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benjojo posted 07 Feb 2024 11:13 +0000

I sometimes wonder, since gtlds are not permanent fixtures (they are sort of subscription payments to ICANN), and a lot of people are seemingly removing their delegations now, presumably to save money, are we going to hit the point where URLify function is not gonna have any idea what is currently a fully qualified host name and what is currently not?

Will anything remember the fact that comcast was once a TLD?

benjojo replied 07 Feb 2024 12:53 +0000
in reply to: https://social.spheron.one/users/edward/statuses/111890223416729238

@edward oh I think it's pretty abysmal. I know NTT uses their gTLD (But at least I know from anecdotal data that their employee's still use their older emails rather than the gTLD one)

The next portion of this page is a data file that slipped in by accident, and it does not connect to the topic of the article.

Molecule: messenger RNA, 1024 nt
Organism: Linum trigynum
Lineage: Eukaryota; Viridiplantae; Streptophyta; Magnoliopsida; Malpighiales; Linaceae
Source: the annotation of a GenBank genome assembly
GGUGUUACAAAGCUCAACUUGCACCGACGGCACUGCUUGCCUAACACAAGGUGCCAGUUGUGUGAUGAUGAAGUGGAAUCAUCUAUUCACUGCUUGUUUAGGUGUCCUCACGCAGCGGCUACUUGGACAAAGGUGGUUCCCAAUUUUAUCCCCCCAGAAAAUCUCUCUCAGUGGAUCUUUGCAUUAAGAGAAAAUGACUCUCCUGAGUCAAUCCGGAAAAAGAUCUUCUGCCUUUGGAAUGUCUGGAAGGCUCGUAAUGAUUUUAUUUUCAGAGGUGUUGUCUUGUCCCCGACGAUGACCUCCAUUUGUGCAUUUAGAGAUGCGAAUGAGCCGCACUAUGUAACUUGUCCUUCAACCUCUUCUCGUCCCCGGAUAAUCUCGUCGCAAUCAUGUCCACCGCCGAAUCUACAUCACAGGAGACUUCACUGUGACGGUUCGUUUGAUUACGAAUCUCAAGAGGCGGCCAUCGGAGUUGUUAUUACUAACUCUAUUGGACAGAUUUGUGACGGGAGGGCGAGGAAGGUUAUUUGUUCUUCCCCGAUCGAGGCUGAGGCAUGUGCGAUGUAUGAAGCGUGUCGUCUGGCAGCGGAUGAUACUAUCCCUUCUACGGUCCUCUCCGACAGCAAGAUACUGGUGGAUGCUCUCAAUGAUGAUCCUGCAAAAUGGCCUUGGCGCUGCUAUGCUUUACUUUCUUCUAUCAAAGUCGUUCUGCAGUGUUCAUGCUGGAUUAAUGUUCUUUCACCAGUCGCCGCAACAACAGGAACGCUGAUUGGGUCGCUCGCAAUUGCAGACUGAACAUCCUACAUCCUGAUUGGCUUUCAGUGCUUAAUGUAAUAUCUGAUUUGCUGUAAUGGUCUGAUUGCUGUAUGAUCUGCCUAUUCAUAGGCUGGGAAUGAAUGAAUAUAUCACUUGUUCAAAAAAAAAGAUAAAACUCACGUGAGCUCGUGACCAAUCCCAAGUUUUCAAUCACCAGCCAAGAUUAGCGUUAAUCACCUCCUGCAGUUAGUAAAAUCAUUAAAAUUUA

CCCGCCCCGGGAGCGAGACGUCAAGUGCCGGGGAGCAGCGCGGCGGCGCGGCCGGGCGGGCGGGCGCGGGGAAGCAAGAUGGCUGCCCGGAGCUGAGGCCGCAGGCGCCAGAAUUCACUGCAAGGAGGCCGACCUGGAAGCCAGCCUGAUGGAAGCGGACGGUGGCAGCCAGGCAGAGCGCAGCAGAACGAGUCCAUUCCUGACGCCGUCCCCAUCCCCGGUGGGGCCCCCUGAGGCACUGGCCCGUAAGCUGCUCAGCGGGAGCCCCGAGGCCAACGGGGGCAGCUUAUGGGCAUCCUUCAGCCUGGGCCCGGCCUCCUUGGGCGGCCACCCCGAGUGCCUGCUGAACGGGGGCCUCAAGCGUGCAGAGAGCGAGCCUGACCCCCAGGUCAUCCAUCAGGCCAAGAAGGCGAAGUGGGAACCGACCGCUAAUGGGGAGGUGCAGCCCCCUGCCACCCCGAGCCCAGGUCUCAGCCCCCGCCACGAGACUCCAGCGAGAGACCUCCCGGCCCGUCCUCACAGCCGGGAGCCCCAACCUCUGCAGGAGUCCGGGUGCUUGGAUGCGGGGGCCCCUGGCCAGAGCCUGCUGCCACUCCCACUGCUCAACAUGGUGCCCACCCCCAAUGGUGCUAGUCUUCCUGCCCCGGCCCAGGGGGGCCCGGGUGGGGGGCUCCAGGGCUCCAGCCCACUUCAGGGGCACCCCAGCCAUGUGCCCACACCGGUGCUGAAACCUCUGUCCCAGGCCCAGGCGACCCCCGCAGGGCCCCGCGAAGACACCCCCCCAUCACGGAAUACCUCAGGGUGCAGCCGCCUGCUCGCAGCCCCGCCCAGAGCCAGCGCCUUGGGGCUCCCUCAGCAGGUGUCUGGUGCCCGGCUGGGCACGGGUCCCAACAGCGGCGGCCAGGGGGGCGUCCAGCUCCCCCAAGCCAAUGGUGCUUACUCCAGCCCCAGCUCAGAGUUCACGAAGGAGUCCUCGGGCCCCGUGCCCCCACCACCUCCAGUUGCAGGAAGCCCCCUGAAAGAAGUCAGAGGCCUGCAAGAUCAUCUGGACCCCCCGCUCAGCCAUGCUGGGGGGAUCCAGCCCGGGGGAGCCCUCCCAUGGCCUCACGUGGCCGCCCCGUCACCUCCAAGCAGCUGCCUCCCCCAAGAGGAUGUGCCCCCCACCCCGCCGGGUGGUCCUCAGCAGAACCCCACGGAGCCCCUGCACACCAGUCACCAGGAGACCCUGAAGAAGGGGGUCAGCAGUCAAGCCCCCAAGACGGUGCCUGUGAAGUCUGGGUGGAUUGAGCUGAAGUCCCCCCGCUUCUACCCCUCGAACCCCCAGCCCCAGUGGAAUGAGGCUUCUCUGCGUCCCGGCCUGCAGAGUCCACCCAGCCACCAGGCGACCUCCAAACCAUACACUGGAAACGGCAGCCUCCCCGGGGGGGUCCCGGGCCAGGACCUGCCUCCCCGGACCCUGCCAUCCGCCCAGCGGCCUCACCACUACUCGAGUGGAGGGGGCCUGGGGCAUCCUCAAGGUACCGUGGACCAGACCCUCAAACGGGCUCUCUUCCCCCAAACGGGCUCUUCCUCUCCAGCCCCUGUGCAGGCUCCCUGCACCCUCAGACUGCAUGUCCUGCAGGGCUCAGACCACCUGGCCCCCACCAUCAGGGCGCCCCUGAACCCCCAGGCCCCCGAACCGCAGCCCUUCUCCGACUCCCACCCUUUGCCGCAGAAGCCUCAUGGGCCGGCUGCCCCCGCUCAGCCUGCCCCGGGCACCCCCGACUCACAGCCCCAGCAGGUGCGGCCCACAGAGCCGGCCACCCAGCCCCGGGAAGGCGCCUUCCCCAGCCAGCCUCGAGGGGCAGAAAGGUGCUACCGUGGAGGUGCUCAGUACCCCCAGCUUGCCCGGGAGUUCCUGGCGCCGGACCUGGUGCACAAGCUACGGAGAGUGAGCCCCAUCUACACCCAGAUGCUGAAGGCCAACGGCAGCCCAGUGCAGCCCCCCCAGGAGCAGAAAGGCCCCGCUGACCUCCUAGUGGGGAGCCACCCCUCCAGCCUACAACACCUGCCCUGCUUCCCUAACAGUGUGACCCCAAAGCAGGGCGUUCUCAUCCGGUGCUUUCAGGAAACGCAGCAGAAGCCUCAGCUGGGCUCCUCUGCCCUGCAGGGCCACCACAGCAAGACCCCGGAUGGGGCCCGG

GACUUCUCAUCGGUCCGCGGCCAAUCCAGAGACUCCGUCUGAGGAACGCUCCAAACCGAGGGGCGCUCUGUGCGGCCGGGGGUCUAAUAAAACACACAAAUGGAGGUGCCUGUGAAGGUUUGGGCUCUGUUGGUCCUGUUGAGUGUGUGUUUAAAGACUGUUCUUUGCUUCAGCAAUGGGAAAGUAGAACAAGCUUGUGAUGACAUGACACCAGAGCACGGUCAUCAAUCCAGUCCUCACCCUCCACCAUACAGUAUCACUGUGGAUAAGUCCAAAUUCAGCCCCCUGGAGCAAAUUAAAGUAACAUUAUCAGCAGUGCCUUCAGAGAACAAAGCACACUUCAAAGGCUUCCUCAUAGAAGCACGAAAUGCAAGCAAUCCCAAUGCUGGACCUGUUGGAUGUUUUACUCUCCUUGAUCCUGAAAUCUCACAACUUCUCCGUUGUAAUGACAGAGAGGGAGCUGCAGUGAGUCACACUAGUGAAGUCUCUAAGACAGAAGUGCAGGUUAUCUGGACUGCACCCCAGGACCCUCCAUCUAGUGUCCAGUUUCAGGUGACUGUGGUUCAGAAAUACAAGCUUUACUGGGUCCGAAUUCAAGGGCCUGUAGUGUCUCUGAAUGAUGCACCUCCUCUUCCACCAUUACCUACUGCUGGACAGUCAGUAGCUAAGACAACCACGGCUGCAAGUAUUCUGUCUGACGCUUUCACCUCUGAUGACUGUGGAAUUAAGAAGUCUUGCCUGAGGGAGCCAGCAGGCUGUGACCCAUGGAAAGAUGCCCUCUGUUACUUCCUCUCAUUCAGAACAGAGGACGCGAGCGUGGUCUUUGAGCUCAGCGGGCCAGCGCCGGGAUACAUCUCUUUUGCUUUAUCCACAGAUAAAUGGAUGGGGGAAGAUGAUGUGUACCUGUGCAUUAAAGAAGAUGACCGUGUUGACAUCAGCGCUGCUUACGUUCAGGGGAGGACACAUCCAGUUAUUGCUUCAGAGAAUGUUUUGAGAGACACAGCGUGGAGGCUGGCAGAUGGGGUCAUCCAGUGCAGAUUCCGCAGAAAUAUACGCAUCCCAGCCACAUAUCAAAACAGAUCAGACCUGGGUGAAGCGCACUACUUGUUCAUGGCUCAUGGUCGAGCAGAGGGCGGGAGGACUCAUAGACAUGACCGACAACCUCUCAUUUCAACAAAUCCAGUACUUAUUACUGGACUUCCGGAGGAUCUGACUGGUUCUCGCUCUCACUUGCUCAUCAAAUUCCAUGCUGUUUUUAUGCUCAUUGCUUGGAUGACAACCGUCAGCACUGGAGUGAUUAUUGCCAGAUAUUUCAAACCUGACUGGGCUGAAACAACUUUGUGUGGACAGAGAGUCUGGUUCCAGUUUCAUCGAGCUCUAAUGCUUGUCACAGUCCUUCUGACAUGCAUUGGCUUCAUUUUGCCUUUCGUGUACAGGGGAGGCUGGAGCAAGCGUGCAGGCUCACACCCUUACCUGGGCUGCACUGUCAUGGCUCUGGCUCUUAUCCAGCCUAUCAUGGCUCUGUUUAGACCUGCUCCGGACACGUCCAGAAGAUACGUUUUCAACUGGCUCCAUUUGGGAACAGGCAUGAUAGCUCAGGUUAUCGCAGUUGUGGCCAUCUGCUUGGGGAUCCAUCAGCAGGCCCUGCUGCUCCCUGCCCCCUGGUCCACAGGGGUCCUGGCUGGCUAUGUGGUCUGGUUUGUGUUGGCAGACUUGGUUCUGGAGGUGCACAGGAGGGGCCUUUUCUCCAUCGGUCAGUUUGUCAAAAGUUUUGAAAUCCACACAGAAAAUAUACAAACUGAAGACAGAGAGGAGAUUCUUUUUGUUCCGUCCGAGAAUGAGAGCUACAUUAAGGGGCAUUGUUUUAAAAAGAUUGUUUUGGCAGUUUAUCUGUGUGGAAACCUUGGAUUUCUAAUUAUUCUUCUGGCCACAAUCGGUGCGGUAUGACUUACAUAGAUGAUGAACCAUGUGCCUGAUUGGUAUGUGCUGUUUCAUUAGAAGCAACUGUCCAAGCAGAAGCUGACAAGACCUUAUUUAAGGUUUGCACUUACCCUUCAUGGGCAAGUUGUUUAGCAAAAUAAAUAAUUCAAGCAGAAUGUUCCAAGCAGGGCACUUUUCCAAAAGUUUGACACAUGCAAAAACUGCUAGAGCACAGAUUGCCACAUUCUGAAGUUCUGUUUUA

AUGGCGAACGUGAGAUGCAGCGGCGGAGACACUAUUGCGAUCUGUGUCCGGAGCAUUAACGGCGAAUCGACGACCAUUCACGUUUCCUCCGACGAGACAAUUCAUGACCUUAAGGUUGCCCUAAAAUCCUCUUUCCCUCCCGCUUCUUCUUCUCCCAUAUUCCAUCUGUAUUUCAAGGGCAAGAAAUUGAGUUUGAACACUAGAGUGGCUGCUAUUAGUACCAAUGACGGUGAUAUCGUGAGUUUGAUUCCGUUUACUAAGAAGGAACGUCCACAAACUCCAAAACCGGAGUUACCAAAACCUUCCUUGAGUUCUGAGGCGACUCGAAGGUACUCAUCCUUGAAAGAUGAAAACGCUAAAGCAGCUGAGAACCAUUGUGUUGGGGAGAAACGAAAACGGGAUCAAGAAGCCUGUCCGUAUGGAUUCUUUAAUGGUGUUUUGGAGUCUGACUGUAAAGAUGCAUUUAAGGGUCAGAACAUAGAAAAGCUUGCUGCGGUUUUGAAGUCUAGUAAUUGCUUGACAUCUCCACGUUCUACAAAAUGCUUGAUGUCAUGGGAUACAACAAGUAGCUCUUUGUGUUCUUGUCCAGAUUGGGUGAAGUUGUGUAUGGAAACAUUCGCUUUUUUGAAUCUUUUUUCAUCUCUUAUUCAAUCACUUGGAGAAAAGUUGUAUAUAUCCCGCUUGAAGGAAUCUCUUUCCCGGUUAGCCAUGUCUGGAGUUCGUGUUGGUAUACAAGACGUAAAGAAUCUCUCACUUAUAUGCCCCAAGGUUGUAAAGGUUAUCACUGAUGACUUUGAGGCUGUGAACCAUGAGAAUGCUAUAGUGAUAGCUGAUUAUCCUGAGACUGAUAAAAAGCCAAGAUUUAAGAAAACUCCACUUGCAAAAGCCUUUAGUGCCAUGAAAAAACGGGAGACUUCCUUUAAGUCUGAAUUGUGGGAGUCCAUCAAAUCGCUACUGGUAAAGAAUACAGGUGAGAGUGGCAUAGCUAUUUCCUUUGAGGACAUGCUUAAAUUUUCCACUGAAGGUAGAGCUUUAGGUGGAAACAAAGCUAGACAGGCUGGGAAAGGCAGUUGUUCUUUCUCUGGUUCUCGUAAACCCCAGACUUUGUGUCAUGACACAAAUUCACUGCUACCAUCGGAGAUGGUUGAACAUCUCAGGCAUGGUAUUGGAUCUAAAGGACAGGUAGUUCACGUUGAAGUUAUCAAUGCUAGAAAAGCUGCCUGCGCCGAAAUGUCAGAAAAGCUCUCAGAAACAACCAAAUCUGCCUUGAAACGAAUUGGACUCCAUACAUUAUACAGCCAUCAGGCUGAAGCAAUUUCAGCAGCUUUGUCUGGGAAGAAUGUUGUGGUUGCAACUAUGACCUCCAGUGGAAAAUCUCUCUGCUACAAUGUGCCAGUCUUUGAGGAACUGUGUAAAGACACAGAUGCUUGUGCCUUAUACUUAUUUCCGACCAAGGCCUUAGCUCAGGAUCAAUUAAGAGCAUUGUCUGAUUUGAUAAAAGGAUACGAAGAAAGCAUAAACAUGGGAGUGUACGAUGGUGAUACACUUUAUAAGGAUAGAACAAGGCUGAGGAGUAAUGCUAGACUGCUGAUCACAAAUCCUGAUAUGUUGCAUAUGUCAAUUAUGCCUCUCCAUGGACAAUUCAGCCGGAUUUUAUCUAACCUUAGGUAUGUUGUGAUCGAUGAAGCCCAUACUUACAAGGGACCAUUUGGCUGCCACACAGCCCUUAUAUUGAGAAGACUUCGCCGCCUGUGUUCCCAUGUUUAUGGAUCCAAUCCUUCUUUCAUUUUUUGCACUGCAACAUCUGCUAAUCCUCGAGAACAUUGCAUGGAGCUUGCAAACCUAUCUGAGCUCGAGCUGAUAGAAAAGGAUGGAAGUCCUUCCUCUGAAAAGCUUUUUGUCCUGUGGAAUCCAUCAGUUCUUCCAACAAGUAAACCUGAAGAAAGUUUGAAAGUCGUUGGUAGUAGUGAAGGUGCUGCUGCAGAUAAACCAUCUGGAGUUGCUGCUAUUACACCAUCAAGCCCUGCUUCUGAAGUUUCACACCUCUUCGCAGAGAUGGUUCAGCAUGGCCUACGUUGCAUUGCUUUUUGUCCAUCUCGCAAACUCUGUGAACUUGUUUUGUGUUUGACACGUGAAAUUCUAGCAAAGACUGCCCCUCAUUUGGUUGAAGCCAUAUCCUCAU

(I wrote a bit about this in 2018 when Sony let go of a couple of their gTLD's)[https://blog.benjojo.co.uk/post/the-death-of-a-tld] and it seems that sometimes it's used for email, but not much else.

In the case of comcast, they had:

. nic.comcast
. whois.nic.comcast

and that is basically it...

drscriptt@oldbytes.s.. replied 08 Feb 2024 00:31 +0000
in reply to: https://benjojo.co.uk/u/benjojo/h/22Qh86gCwyL193r9k1

@benjojo I hear you but I raise you named-compilezone et al. That produces simple line oriented <record owner name> <record data> that is very safe to pass through awk et al. to get the first column that is the TLDs in the root zone.

And I think about people parsing (read: deserializing) XML, YAML, and JSON, all of which are more complex to parse than tabular data.